NBAA chooses Bolen as association president

Aviation International News » September 2004
October 11, 2006, 11:47 AM

After searching for several months to find a new leader for NBAA, the association’s board of directors reached into the ranks of the general aviation industry early last month to select Ed Bolen to lead business aviation into the second century of flight.

Bolen, president and CEO of the General Aviation Manufacturers Association since November 1996, has been heavily involved in GA activities since back in the days when he was legislative director for Sen. Nancy Kassebaum (R-Kan.).

This time, unlike the last time it chose a president, NBAA got someone who is proven and knowledgeable about the intricacies of lobbying Capitol Hill as well as the general aviation industry as a whole. When he was an aide to the now-retired Kassebaum, Bolen was a key player in helping to get the General Aviation Revitalization Act of 1994 signed into law. That led to resurgence in the demand for GA products.

“I am looking forward to working with NBAA’s members and its professional staff to ensure business aviation has access to the nation’s airports and airways,” said Bolen following his new appointment. “The challenges we are facing in this area are coming from a lot of fronts, but by working in a thoughtful and coordinated manner, we can meet any challenges.”

Bolen joined GAMA in 1995 as senior vice president and general counsel and was elected president and CEO when long-time president Ed Stimpson stepped down in 1996. In addition to guiding GAMA and pushing its agenda in Congress, Bolen has also found time to serve federal appointments to the FAA Management Advisory Council and the Commission on the Future of the U.S. Aerospace Industry.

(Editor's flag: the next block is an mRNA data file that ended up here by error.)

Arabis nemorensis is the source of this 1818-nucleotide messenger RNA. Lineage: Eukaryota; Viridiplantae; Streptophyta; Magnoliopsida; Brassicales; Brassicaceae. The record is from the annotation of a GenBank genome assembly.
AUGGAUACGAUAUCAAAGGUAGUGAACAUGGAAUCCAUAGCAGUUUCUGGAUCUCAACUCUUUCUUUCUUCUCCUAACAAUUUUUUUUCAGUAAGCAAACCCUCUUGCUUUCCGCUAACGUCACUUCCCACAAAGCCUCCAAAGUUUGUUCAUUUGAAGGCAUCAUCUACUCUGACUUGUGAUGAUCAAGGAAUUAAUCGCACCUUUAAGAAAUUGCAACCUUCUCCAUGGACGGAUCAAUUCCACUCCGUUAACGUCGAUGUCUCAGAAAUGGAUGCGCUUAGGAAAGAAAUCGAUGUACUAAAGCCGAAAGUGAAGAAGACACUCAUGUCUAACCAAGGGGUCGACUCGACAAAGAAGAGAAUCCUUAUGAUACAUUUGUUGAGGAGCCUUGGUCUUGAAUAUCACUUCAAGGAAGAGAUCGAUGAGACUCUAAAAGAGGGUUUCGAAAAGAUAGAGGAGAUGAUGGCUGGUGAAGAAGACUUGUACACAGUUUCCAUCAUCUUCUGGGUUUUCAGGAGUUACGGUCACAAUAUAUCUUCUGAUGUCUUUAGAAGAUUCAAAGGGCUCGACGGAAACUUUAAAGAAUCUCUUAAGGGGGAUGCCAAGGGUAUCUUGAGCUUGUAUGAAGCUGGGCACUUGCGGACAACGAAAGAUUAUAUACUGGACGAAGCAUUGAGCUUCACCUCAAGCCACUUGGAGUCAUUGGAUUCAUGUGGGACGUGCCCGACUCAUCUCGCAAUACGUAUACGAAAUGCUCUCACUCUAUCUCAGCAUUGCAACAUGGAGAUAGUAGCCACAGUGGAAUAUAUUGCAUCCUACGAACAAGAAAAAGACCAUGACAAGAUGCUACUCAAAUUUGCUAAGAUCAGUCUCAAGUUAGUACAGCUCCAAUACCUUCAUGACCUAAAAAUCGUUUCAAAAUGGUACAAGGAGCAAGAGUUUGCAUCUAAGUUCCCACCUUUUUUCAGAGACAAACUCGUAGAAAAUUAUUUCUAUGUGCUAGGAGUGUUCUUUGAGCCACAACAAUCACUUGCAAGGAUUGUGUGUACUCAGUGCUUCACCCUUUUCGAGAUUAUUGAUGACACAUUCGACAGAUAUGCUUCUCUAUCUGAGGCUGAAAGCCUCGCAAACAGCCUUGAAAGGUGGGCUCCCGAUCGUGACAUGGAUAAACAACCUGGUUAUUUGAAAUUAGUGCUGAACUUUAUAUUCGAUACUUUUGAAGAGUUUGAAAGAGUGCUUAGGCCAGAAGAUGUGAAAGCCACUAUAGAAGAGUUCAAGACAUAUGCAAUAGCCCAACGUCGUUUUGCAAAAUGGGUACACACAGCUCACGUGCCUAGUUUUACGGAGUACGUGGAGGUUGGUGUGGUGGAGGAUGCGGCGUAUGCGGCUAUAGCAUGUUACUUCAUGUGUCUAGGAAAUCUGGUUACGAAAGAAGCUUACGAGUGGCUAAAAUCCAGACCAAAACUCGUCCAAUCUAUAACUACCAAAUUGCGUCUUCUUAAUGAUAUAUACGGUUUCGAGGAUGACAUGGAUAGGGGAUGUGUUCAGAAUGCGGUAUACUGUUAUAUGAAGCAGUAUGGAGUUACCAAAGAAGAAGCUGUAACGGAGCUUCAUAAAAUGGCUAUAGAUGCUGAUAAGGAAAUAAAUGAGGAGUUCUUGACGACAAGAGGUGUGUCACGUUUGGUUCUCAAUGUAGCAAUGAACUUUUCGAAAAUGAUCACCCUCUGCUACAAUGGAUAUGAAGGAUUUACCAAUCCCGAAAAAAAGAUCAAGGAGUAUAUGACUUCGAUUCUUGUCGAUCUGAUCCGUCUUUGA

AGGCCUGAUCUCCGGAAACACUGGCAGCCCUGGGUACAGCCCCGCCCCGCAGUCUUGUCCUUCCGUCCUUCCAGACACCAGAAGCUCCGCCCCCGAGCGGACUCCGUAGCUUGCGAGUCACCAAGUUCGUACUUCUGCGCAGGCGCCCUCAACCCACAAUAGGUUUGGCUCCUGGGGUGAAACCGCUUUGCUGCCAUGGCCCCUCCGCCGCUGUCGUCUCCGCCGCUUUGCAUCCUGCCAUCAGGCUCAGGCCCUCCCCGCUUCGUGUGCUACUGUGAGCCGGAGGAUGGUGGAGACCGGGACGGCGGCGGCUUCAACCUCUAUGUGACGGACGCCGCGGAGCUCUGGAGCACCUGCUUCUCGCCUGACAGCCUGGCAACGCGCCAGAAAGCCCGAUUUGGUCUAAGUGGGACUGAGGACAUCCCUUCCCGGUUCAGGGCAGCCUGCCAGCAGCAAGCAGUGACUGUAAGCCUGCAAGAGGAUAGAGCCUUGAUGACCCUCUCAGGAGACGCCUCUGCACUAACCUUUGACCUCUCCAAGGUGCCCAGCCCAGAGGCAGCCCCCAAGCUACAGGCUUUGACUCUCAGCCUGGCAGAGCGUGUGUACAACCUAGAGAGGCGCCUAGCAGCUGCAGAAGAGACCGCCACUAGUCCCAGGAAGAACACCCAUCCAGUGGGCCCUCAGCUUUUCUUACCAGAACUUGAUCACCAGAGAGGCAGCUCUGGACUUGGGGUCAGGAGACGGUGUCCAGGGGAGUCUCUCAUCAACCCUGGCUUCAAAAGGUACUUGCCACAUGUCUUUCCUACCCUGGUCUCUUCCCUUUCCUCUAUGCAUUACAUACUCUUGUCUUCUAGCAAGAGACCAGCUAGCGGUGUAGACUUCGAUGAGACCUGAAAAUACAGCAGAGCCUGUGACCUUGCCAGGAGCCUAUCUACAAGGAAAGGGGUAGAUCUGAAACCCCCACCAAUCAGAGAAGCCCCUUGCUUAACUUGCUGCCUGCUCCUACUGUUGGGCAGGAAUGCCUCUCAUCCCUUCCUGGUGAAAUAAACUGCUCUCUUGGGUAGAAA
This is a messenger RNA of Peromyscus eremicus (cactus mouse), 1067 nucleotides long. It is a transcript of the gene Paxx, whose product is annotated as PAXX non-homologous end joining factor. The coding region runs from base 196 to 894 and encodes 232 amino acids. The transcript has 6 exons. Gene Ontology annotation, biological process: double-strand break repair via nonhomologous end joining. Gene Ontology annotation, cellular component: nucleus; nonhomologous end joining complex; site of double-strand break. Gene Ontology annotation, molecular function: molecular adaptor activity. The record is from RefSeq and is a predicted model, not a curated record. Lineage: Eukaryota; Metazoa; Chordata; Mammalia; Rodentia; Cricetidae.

“Ed has long been recognized as an authority on issues important to the aviation community,” said NBAA board chairman, interim president and CEO Donald Baldwin. “Now Ed’s grasp of policy and his dynamic, widely respected leadership style will enable us to better serve the interests of our members and give NBAA an even more powerful voice on the important issues affecting our constituency.”

Bolen’s appointment, which officially takes effect September 7, thus ends a period of turmoil that began two years ago when the board of directors declined to extend the contract of former president Jack Olcott. NBAA hired an executive search firm to find a successor, and after going through a list of 100 candidates, finally selected Shelley Longmuir, an executive lobbyist for United Airlines.

Within nine months, however, amid staff dissent and resignations, the board and Longmuir parted ways. NBAA accepted her resignation on April 1 following a three-day board meeting, and both sides claimed that her departure was a mutual decision. Baldwin took over as interim president and CEO and the search for a new president was resumed.

Bolen is expected to make the transition from GAMA to NBAA with ease, since the two organizations have a long history of working together on issues affecting general and business aviation.